r Interactive Fly, Drosophila

myoblast city


During programmed cell death, cell corpses are rapidly engulfed. This engulfment process involves the recognition and subsequent phagocytosis of cell corpses by engulfing cells. How cell corpses are engulfed is largely unknown. ced-5, a gene that is required for cell-corpse engulfment in the nematode C. elegans, encodes a protein that is similar to the human protein DOCK180 and the Drosophila protein Myoblast City (Mbc), both of which have been implicated in the extension of cell surfaces. ced-5 mutants are defective not only in the engulfment of cell corpses but also in the migrations of two specific gonadal cells, the distal tip cells. The expression of human DOCK180 in C. elegans rescues the cell-migration defect of a ced-5 mutant. Evidence is presented that ced-5 functions in engulfing cells during the engulfment of cell corpses. It is suggested that ced-5 acts in the extension of the surface of an engulfing cell around a dying cell during programmed cell death. This new family of proteins that function in the extension of cell surfaces have been named the CDM (for CED-5, DOCK180 and MBC) family (Wu, 1998).

The C. elegans genome contains three rac-like genes: ced-10, mig-2, and rac-2. ced-10, mig-2 and rac-2 act redundantly in axon pathfinding: inactivating one gene has little effect, but inactivating two or more genes perturbes both axon outgrowth and guidance. mig-2 and ced-10 also have redundant functions in some cell migrations. By contrast, ced-10 is uniquely required for cell-corpse phagocytosis, and mig-2 and rac-2 have only subtle roles in this process. Rac activators are also used differentially. The UNC-73 Trio Rac GTP exchange factor affects all Rac pathways in axon pathfinding and cell migration but does not affect cell-corpse phagocytosis. CED-5 DOCK180, which acts with CED-10 Rac in cell-corpse phagocytosis, acts with MIG-2 but not CED-10 in axon pathfinding. Thus, distinct regulatory proteins modulate Rac activation and function in different developmental processes (Lundquist, 2001).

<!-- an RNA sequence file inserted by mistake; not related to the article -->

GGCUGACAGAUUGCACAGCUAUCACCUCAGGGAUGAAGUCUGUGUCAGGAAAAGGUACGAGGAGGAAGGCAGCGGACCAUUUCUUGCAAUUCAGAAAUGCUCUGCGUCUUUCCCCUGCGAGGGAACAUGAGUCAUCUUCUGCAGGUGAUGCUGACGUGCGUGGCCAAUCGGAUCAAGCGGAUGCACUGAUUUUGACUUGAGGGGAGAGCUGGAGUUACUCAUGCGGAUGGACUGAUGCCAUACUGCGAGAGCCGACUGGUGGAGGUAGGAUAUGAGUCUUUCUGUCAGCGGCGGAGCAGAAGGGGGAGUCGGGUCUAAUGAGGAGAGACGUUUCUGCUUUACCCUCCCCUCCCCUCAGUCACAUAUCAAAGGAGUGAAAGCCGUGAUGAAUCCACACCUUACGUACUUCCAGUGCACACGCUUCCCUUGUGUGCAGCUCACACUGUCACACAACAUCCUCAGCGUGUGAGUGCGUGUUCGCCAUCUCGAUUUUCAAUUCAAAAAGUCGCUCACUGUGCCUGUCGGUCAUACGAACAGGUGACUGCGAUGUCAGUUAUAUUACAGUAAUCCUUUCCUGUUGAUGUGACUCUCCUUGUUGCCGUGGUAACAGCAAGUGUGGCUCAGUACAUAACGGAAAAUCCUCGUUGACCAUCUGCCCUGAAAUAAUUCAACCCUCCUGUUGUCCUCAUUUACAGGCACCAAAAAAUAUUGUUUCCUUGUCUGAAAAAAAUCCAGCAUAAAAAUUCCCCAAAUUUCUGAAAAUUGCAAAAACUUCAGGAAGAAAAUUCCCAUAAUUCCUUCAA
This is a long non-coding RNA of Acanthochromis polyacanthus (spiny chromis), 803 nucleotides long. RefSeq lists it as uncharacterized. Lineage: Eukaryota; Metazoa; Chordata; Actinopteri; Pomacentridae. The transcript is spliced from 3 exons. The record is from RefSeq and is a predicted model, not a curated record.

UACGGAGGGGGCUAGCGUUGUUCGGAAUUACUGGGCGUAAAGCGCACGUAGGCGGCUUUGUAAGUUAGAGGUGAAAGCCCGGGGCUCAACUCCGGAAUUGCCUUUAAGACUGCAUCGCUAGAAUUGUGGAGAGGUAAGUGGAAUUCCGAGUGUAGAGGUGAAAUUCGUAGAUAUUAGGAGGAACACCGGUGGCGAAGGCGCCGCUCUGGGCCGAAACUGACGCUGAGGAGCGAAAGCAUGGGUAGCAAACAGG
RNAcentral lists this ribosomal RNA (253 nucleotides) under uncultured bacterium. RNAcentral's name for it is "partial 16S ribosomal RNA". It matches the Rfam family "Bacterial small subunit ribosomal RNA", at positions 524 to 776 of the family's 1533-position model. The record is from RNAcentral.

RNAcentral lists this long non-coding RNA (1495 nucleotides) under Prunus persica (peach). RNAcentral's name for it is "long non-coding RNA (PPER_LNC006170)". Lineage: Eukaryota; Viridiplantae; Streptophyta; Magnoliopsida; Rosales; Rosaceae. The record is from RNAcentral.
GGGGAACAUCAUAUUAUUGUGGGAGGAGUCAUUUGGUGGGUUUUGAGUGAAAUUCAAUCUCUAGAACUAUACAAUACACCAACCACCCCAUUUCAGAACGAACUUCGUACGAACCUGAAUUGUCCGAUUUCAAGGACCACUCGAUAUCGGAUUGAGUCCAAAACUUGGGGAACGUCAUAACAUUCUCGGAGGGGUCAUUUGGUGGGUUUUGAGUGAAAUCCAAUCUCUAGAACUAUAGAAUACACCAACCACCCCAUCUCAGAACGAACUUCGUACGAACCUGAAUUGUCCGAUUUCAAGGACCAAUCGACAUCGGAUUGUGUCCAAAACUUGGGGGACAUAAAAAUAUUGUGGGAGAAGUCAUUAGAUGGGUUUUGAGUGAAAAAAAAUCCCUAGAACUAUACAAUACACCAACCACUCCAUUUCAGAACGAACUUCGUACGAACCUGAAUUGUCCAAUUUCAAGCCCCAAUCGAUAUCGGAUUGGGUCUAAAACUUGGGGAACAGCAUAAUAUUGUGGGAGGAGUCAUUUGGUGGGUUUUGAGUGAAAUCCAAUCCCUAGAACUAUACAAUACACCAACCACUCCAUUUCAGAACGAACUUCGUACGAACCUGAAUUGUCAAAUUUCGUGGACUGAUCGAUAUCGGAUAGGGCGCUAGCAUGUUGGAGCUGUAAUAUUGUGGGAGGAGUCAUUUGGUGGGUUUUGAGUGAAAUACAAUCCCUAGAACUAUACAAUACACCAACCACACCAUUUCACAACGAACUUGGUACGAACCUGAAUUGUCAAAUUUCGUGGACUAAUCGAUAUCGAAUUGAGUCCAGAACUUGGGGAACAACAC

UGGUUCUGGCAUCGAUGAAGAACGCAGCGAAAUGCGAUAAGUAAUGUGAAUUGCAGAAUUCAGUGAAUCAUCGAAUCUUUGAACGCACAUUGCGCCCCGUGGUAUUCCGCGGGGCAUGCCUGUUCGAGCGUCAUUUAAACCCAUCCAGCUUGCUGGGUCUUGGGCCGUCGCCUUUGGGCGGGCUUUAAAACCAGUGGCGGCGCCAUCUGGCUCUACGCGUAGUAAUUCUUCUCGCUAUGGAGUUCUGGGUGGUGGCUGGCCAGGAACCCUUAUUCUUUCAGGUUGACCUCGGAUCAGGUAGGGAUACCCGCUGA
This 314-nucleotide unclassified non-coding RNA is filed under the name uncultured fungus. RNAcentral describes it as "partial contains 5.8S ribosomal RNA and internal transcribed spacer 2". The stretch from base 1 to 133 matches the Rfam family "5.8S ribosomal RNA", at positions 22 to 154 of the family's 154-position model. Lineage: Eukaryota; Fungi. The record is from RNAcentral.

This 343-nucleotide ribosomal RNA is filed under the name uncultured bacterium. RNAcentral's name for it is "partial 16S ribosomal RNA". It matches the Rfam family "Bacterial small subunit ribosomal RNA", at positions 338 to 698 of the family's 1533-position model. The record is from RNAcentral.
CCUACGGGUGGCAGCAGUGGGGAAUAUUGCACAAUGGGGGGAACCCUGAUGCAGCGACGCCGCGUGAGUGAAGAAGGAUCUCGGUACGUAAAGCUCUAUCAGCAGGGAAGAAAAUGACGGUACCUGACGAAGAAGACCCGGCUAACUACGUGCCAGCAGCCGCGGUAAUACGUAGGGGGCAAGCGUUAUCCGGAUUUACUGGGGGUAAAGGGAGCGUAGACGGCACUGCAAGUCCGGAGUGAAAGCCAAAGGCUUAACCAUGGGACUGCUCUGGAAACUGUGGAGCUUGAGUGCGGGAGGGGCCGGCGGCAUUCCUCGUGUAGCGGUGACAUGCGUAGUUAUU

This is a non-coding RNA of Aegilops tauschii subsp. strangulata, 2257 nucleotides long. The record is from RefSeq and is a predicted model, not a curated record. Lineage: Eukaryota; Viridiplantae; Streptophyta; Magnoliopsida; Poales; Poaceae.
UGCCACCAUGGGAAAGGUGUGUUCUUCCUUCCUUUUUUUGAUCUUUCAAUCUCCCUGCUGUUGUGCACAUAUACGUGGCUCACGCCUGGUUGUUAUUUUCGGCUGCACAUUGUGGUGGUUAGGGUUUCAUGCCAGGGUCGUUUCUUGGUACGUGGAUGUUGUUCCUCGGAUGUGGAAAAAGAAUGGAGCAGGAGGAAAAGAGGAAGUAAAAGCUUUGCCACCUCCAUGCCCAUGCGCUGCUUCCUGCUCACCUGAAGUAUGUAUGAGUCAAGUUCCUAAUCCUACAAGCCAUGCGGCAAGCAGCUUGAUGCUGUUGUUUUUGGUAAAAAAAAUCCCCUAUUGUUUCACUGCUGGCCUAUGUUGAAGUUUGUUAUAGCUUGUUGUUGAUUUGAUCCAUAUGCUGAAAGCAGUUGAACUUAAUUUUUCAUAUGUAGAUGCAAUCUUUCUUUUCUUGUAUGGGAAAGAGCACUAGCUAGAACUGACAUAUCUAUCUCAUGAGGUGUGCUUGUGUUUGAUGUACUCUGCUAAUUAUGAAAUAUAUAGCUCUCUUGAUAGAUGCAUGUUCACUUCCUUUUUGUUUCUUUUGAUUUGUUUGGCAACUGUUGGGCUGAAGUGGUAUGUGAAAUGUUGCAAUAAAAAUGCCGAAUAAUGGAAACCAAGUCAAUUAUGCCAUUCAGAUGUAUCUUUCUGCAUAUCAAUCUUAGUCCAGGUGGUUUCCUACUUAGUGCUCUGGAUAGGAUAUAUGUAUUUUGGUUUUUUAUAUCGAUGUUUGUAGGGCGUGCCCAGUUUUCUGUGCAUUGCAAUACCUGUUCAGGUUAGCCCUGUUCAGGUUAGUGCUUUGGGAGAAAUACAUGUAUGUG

The C. elegans genes ced-2, ced-5, and ced-10, and their mammalian homologs crkII, dock180, and rac1, mediate cytoskeletal rearrangements during phagocytosis of apoptotic cells and cell motility. An additional member of this signaling pathway, ced-12, and its mammalian homologs, elmo1 and elmo2, are described. In C. elegans, CED-12 is required for engulfment of dying cells and for cell migrations. In mammalian cells, ELMO1 functionally cooperates with CrkII and Dock180 to promote phagocytosis and cell shape changes. CED-12/ELMO-1 binds directly to CED-5/Dock180; this evolutionarily conserved complex stimulates a Rac-GEF, leading to Rac1 activation and cytoskeletal rearrangements. These studies identify CED-12/ELMO as an upstream regulator of Rac1 that affects engulfment and cell migration from C. elegans to mammals (Gumienny, 2001).